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Nigeria, Others: Interesting Graph on Wages by the ‘RenCap Man’

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By Global Chief Economist, Renaissance Capital, Charlie Robertson

This is a lot of minimum wage data that you should treat sceptically, but at least in the EU, minimum wages are roughly 40-60% of the average monthly wage, so this may be a good guide to actual relative labour costs.

Russia’s minimum wage after Putin’s hike this month is still far lower than China’s in Shenzhen.

Russia’s minimum wage is 2/3 that of SA – SA looks expensive.

There is pressure in Bangladesh to hike the textile worker minimum wage by at least 50%, pressure in Nigeria to treble the minimum wage in 4Q18 and in Egypt talk of the minimum wage being hiked by around 40%.

Looking at the current respective dollar figures of $64, $50 and $68 respectively – it is not a big surprise and not a big threat to competitiveness.

Turkey’s minimum wage is 8 times higher than Egypt’s. Egypt is half the price of Tunisia, a quarter of the price of Morocco.

CIS wages are really low.  What is not clear is the ratio of minimum wages to the average wage.  In the EU, the minimum wage tends to be 40-60% of the average monthly wage. Maybe it is different in the CIS.  But this suggests the CIS should have a manufacturing renaissance.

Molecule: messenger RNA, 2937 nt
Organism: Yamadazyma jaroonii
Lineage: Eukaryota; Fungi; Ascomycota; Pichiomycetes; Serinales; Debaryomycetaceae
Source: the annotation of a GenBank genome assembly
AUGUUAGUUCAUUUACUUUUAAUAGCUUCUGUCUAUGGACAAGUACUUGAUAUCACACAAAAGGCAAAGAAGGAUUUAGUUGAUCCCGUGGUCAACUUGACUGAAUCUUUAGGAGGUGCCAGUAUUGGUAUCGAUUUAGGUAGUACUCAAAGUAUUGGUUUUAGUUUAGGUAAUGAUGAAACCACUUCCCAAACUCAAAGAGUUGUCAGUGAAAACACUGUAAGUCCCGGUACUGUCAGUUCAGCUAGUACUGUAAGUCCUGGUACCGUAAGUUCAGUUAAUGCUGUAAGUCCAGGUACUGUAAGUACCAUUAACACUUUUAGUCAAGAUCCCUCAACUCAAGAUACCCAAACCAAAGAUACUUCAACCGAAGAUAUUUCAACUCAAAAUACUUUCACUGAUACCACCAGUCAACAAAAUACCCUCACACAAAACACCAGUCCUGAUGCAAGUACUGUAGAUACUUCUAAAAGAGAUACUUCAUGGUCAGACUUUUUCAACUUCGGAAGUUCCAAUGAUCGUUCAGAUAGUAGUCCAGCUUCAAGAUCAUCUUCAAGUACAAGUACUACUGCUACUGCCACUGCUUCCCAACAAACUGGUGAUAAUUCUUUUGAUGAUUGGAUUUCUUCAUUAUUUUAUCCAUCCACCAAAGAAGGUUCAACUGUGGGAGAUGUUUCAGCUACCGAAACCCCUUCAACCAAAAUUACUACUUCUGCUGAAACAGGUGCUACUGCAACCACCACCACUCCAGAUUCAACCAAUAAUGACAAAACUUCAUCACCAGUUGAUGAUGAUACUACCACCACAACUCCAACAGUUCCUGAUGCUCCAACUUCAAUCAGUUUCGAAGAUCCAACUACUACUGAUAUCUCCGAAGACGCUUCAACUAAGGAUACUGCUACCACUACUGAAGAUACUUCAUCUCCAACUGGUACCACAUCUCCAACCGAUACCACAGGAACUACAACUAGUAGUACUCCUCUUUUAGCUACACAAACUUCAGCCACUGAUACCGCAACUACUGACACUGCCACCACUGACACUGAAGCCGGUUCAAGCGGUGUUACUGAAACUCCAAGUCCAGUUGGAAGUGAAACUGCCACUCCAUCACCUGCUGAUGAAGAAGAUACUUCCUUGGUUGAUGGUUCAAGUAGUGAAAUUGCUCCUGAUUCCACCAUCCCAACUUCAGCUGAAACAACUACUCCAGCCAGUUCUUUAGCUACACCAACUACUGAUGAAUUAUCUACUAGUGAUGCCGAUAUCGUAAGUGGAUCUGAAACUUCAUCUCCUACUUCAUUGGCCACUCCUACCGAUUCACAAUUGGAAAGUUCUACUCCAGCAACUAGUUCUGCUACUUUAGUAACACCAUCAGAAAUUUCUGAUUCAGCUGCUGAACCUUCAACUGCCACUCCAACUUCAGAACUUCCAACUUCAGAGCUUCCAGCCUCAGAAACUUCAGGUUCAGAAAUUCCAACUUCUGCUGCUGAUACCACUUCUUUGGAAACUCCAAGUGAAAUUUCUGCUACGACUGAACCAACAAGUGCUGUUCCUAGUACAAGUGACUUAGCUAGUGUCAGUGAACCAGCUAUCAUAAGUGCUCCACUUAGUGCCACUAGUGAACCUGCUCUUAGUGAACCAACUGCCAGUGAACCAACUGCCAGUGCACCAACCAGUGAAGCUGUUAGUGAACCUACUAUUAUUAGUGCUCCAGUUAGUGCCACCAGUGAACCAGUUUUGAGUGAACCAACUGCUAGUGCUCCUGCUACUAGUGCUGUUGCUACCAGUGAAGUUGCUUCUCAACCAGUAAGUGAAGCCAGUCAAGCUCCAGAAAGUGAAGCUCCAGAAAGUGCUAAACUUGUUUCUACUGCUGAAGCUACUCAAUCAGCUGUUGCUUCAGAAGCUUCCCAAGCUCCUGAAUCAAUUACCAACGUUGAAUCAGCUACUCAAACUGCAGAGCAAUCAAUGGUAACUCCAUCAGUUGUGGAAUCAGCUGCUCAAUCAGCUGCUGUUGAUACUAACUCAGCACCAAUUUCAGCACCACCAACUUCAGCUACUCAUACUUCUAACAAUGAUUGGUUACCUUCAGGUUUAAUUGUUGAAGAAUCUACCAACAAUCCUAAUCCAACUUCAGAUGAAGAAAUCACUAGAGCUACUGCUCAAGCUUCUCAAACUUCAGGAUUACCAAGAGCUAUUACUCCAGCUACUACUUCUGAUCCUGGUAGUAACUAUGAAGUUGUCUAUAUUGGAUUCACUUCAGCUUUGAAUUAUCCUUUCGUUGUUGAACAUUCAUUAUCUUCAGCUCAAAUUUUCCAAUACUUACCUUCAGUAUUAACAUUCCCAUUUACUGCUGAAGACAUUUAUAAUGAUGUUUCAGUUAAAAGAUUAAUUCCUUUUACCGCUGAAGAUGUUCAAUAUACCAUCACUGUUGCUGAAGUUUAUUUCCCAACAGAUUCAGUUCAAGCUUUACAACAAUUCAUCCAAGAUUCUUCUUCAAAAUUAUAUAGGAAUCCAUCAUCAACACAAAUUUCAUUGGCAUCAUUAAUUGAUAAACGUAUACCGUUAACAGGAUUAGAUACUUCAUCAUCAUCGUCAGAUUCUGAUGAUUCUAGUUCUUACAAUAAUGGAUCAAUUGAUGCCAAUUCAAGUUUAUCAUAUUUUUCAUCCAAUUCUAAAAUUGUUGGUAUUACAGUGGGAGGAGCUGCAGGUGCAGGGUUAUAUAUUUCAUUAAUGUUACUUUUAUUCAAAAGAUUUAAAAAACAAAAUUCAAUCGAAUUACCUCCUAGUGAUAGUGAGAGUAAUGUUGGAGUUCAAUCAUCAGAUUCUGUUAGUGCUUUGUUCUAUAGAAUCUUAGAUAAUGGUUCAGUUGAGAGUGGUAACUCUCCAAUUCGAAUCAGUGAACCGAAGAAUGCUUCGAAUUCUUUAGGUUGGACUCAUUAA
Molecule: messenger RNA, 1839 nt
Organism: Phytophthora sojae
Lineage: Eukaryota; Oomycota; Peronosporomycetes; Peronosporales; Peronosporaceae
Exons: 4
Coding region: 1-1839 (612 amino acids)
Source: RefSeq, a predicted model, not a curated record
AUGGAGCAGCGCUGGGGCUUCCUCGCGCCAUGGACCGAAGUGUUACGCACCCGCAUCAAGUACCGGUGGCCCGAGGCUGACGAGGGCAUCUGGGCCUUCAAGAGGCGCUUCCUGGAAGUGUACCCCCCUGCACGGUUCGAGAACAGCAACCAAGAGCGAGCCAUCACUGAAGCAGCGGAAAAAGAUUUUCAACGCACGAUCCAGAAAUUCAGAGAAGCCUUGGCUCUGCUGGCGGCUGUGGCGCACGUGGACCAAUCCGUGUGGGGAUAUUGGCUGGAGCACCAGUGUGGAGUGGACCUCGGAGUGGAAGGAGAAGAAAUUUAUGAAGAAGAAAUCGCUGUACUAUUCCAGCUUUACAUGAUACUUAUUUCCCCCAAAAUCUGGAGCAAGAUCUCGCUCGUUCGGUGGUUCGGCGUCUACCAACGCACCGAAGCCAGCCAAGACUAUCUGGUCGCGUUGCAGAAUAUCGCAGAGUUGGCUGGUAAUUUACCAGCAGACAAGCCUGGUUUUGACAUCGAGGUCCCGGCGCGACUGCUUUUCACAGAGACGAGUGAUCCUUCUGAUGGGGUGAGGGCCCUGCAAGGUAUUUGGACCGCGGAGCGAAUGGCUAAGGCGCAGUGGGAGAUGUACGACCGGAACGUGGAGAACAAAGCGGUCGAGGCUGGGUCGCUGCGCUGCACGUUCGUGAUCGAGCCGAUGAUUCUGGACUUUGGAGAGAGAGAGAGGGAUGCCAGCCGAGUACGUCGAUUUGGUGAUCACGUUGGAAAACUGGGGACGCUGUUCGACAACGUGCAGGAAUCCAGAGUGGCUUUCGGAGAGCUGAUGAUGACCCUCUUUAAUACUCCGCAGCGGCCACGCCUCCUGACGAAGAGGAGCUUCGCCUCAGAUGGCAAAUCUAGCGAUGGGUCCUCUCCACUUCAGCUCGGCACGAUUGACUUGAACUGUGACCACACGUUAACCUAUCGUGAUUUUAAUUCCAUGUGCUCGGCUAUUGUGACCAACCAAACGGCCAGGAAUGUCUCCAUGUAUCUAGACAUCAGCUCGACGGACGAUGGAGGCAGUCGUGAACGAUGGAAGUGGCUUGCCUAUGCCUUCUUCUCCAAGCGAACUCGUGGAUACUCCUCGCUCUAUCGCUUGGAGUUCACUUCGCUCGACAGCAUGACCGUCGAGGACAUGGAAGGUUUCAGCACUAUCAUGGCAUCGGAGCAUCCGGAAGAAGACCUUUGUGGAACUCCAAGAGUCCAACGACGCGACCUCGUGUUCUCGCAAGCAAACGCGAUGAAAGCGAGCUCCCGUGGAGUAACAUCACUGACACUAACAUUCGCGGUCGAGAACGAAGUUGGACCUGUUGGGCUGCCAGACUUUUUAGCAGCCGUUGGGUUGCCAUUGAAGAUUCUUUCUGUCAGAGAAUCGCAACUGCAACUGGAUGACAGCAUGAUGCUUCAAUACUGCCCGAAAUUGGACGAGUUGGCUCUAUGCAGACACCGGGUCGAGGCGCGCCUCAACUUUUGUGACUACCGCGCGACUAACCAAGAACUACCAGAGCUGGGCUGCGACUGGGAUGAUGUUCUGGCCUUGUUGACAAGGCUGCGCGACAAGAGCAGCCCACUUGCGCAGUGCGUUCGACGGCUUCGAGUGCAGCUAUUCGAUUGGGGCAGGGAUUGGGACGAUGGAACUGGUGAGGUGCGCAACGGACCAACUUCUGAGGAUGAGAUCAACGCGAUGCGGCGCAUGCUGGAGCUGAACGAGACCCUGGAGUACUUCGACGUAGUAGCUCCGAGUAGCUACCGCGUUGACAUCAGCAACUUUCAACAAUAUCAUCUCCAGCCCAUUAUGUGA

Ghana looks twice as competitive as Kenya.  Note we might have miscalculated the Ghana wage (we took the daily rate and multiplied by 22 working days to get the monthly wage, perhaps we should have multiplied it by 30 to give $64). But it is at least half that of Kenya, and maybe even smaller.

Ghana in 2015 had double the electricity supply per capita of Kenya, so it looks more able to industrialise (one district, one factory) than Kenya.

Little illiquid Ghana has been the best performing African stock market this year.

Vietnam’s minimum wage is half that of South Africa or Morocco. Vietnam looks good.

Romania’s wage increases have risen too far now. They should not be within 80-90% of Hungarian levels.

CONCLUSION: Egypt’s wages do look very competitive right now.  In order of beneficiaries of tight labour markets in central Europe, the MENA beneficiaries should be 1) Egypt, 2) Tunisia, 3) Morocco and 4) Turkey (rising population, and the advantages of existing clusters).

SA should be scared of ZAR strength. We think is hard to justify SA minimum wages being 50% higher than Russia.

Ghana and south Asia are more competitive than Kenya, so should do better in terms of industrialisation (and Ghana beats south Asia when literacy is taken into account).

CIS countries look very competitive. Romania and Turkey have pushed wages too high in recent years.

*Article by the Global Chief Economist, Renaissance Capital, Charlie Robertson